Congressional action needed to extend law to assist local agencies in rape kit testing

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WASHINGTON- For years hundreds of thousands of rape kits sat on police storage shelves across the country.

 “To just take that box and stick it on a shelf and never even bother testing it is incredibly insulting to victims,” Scott Berkowitz, RAINN.

Berkowitz with the anti-sexual violence organization RAINN says law enforcement simply couldn’t afford to test the kits and victims were ignored.

“It means they don’t have a chance at justice,” said Berkowitz.

 Congress passed the Debbie Smith Act in 2004.  Texas Senator John Cornyn says it provides federal grants to state labs to test the thousands of remaining kits for DNA evidence.

“More than 860,000 DNA cases have been processed,” said Senator Cornyn.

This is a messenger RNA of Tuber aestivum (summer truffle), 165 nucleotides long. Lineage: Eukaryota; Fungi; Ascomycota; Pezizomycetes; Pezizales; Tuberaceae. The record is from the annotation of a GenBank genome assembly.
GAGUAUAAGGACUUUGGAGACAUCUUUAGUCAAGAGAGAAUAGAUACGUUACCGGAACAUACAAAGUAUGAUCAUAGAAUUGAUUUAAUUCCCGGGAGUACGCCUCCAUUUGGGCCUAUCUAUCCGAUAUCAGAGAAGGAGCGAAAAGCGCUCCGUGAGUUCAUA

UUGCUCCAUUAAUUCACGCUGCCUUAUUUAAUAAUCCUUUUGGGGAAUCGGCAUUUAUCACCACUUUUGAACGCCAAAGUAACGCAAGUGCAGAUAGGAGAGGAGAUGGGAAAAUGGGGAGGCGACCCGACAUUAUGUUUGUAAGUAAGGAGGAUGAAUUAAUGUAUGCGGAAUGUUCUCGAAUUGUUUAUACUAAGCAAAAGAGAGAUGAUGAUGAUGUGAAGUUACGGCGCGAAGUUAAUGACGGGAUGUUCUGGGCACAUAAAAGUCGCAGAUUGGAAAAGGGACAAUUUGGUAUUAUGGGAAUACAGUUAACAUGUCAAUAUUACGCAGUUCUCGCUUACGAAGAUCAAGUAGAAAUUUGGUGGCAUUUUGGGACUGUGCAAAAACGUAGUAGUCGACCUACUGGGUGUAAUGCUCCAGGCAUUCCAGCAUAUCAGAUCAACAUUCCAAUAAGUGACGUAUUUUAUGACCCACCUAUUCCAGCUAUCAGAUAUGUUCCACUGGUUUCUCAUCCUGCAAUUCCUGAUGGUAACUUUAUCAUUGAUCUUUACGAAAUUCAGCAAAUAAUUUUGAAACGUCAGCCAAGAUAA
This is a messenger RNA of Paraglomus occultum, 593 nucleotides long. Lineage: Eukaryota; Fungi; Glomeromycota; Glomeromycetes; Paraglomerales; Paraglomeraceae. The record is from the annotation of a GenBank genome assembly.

But funding runs out in September which means work on the backlogged rape kits will grind to a halt.

“There is no excuse for allowing it to expire,” Cornyn.

Cornyn says not a single senator voted against the reauthorization of the bill when it came to the floor for a vote earlier this year.

“But since we passed the legislation in May, the House of Representatives have sat on its hands and has done nothing,” said Cornyn.

House Speaker Nancy Pelosi tacked on the bill’s reauthorization to the Democrat’s Violence Against Women Act which is unlikely to pass the Republican senate.

“This is too important to get caught up in politics,” Berkowitz said.

Berkowitz says Pelosi should instead take up the Debbie Smith Act separately.  It has been stalled in a House committee for months.

Congress returns to work September 9th.  The Debbie Smith Act expires on September 30th.

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